Stuck in the concrete jungle

Last week I got a reminder of the challenges being faced in some parts of the country that simply will not happen in a place like West Virginia, as we continue to deal with COVID-19.

A friend of mine lives in New York City, but is a Tennessee native. She’s not the type to get homesick often — though Tennessee is, indeed, still “home” to her, no matter how many years she’s lived in the city. She said, while she is fortunate to be able to work from home, and therefore still getting a paycheck, she is “trapped” in a fourth floor apartment in the city.

For people like her (and me), it wears on you to not be able to get outside … or even SEE anything but buildings upon buildings. She’s stuck in a concrete jungle, and says she misses the woods terribly right now.

The thing is, in a place like the NYC metro area, there might be millions more like her, realizing perhaps for the first time that the place where they sought their fortunes is not “home.” They may be experiencing the sharpest homesickness yet. They may begin to understand the importance of the things they left behind.

It makes me wonder how many of them, when this is all over, will feel differently about where they would like to spend their futures.


Speaking of our futures, you’ve heard the phrase “knowledge is power,” right? It is true. Knowledge right now means the power to make better decisions that affect our health and our personal finances, among other things. It is mind boggling to think there are STILL elected officials, bureaucrats and public relations types unwilling to give us as much information as possible about everything from COVID-19 cases in our counties and state, to the number of tests or amount of personal protective equipment available, to the number of unemployment claims being filed during this disaster.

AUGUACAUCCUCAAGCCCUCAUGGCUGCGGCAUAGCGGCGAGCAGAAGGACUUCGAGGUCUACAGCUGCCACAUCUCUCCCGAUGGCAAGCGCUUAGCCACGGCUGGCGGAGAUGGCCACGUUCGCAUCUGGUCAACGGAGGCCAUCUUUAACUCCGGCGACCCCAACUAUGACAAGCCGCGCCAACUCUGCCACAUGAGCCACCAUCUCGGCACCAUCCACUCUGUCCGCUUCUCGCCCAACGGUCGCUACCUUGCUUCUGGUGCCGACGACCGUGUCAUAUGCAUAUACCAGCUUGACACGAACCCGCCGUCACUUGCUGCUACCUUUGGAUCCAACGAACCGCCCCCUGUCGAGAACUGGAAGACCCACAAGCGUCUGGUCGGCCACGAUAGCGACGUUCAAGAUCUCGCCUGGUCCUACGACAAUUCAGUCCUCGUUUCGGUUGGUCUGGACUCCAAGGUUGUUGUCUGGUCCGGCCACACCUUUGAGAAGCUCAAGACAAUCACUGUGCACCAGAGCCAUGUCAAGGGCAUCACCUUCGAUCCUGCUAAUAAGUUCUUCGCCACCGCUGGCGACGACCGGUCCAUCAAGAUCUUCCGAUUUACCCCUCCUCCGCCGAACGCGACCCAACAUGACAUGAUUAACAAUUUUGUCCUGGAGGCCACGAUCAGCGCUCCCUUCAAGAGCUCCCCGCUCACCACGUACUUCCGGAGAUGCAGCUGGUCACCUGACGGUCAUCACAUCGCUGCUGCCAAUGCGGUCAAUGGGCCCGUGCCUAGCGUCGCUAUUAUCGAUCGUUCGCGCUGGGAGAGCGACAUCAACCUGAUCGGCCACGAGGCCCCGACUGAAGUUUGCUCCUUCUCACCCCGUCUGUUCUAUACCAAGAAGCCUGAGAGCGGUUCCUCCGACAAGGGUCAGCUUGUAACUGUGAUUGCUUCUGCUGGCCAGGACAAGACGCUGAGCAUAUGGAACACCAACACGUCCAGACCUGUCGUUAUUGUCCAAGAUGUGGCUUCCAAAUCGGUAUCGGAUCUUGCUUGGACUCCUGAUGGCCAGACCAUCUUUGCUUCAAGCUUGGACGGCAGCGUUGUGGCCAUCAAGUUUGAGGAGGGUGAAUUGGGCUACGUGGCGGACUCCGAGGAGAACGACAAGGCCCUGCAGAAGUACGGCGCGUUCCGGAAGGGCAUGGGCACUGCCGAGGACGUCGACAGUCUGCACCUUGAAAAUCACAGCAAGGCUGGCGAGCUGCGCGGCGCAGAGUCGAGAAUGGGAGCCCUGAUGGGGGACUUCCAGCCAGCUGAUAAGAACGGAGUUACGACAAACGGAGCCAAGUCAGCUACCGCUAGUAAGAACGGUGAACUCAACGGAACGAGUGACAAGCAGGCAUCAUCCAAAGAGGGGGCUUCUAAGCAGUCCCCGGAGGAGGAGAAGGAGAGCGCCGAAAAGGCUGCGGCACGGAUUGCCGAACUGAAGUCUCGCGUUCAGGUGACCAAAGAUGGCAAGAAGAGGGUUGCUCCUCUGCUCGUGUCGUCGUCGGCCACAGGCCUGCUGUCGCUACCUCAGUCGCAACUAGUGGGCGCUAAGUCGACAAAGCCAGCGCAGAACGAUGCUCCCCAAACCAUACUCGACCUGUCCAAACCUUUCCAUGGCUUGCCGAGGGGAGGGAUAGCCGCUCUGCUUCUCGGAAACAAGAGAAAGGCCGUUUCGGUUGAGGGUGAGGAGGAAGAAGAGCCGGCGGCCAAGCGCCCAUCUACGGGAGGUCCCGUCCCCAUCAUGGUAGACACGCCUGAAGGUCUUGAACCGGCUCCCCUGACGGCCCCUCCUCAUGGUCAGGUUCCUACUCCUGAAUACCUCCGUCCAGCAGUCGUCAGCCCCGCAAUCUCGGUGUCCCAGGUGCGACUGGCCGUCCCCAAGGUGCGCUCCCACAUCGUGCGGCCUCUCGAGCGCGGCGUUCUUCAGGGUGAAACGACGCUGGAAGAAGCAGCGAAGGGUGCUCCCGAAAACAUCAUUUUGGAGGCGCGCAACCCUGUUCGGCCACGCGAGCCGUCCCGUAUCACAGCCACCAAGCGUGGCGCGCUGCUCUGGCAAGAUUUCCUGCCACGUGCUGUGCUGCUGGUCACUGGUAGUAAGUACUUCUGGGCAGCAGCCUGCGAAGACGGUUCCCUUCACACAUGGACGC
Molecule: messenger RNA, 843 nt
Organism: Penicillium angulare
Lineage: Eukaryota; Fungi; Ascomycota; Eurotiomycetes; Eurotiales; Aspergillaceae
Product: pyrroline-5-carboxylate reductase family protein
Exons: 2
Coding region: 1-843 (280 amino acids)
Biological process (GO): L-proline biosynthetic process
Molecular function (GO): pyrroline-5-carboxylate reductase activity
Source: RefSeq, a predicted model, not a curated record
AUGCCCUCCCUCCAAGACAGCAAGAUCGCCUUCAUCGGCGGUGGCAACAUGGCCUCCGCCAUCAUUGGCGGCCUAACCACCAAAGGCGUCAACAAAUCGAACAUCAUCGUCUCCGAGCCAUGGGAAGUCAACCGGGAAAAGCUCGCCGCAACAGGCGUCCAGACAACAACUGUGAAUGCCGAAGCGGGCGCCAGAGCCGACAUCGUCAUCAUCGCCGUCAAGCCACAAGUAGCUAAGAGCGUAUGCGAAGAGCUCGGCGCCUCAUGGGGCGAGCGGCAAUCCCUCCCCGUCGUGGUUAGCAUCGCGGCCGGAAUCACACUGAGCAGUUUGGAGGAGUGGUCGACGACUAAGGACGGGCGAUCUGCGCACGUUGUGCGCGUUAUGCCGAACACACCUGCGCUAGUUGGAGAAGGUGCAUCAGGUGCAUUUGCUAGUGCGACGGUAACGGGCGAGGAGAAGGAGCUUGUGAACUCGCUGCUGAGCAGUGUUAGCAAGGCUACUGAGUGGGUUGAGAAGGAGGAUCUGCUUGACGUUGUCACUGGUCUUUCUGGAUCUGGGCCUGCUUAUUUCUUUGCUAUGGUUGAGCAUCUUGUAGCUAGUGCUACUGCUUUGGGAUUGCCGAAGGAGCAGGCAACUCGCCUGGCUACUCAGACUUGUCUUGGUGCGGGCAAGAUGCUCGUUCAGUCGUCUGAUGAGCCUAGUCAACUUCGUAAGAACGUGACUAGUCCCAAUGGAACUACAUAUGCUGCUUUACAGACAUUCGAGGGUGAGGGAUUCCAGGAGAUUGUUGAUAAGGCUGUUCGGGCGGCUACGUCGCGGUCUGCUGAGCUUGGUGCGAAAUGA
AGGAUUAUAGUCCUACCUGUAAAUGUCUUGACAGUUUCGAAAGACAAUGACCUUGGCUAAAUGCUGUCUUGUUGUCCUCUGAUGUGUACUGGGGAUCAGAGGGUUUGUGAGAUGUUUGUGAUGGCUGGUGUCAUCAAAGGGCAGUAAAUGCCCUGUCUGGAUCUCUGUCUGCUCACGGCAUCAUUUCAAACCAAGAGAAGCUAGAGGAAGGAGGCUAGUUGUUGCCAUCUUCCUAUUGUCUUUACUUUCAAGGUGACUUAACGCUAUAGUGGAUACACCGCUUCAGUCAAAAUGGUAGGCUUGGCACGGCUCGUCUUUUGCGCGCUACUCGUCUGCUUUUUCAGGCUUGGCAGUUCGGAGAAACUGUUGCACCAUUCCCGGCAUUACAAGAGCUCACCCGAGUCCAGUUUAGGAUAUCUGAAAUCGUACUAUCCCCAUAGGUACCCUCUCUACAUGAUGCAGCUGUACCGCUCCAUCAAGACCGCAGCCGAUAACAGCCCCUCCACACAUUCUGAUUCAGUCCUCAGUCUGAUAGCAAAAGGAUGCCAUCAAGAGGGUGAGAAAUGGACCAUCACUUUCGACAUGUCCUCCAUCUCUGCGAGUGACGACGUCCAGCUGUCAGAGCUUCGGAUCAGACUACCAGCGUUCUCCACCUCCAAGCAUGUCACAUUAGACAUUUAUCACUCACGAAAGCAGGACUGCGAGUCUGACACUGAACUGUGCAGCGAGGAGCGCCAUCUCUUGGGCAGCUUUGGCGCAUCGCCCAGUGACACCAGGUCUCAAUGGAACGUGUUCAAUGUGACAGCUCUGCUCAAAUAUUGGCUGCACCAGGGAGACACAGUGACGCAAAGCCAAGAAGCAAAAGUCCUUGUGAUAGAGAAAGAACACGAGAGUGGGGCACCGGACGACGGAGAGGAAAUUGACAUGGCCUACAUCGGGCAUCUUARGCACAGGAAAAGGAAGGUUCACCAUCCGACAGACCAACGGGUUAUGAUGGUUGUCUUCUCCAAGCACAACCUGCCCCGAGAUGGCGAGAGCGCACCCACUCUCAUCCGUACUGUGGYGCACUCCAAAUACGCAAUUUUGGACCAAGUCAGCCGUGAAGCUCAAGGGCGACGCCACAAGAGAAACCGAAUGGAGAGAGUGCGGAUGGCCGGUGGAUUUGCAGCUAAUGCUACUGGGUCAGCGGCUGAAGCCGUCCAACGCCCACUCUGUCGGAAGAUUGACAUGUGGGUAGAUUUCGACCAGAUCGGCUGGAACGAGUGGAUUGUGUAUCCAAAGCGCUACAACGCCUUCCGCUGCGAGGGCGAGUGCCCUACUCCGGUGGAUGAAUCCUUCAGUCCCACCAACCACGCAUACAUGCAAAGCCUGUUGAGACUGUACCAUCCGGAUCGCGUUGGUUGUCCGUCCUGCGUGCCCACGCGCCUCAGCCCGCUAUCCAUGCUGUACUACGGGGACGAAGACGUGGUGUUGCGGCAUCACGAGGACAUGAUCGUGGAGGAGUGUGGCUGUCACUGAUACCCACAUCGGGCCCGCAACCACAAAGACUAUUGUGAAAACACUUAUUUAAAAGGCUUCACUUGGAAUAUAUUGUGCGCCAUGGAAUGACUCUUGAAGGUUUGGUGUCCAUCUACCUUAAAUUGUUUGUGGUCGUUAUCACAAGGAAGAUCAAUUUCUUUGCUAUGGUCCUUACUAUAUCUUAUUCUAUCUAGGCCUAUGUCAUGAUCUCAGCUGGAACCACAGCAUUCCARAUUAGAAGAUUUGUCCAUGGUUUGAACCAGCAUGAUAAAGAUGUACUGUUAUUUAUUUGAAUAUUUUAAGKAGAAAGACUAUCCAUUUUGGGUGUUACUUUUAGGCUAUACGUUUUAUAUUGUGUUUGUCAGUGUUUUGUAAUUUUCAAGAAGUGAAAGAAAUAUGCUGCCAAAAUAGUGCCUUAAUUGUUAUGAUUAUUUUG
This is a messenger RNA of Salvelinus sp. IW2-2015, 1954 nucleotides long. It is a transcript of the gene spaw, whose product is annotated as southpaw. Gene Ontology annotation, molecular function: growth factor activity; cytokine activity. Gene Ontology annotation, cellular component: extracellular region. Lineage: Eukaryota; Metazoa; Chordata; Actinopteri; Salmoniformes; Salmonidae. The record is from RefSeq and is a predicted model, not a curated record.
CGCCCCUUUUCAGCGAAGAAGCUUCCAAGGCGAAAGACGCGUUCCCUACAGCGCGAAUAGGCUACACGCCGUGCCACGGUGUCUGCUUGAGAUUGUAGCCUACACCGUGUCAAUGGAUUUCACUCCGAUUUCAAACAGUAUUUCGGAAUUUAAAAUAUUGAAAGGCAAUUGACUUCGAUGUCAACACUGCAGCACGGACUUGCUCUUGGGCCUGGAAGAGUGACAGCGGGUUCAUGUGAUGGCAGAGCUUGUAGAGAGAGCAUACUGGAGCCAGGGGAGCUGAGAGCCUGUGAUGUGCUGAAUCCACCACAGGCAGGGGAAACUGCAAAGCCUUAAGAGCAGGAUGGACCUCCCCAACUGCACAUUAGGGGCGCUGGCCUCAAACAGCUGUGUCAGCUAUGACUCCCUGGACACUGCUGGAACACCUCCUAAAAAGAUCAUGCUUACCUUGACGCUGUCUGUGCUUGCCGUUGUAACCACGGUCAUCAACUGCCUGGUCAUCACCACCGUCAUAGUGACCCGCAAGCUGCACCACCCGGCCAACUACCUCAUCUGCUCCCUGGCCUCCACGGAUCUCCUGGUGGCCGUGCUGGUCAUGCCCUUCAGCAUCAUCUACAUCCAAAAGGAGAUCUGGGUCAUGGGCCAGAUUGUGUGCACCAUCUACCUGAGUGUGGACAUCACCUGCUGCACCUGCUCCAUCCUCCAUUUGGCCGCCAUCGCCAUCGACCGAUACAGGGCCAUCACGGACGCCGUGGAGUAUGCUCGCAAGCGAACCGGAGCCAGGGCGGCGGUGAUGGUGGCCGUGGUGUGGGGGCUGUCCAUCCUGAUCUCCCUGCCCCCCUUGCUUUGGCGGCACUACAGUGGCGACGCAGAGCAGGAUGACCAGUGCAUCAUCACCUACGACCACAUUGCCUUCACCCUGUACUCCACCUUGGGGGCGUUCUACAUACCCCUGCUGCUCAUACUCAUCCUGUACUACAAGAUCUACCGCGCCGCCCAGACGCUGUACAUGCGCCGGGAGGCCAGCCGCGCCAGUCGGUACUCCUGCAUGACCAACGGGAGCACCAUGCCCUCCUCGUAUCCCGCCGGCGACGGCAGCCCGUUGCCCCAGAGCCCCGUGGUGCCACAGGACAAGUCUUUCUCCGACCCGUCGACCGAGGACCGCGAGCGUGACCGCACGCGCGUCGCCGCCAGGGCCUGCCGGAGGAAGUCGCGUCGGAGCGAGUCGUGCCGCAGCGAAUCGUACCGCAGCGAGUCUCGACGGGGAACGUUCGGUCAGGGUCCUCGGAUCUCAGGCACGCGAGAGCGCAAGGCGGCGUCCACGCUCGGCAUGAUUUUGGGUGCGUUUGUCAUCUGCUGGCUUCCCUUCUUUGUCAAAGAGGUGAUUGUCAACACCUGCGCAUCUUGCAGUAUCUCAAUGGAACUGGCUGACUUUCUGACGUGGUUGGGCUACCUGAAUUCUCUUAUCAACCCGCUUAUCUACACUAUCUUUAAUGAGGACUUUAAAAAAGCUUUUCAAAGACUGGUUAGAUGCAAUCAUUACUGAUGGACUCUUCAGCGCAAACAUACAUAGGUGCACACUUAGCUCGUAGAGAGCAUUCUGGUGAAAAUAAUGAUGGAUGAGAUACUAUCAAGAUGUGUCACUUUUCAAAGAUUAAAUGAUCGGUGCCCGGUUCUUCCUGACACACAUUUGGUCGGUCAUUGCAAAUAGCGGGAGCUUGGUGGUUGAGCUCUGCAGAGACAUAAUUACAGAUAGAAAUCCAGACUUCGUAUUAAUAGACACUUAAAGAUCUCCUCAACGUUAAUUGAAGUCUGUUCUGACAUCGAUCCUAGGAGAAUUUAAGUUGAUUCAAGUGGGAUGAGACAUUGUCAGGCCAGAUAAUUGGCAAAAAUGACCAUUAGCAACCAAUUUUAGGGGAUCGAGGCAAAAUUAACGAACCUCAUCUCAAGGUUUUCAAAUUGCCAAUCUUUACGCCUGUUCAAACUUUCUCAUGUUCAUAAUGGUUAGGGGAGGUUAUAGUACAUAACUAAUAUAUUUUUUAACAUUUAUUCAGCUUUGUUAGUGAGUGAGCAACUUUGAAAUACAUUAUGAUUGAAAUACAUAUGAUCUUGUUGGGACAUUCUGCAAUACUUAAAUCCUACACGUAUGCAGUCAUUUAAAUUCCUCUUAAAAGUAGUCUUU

Pretending that giving necessary information is a violation of patient privacy laws is cowardly, and invites the question: What are they trying to hide? Failing to update data on state (public, taxpayer-funded) websites as frequently as new information comes in is irresponsible. Failure to detail safety protocols in place for both patients and employees at healthcare facilities inspires LESS confidence in that facility, rather than fooling folks into having more. And attempts by politicians to hide infection or unemployment numbers, rather than having the desired effect of increasing popularity levels, in fact makes voters VERY suspicious of those elected officials.

Give the public the information it needs. Tell the truth. Don’t intentionally inspire false hope. Those who do so are doing a great deal of harm in a time when we should be one team working toward one goal.


It would be nice to believe we are nearly turning a corner in this crisis, and that “normal” life will resume any week now. All it takes is one look at how carelessly some people are treating current guidelines to understand we might be in this for the long haul. There are still far too many people gathering in close or large groups. Still some who seem truly not to understand what is happening and why they are being told, for example, No, you cannot come in to our offices.

Please, please follow the rules and guidance, folks. Yes, they DO apply to you.

Christina Myer is executive editor of The Parkersburg News and Sentinel. She can be reached via e-mail at cmyer@newsandsentinel.com


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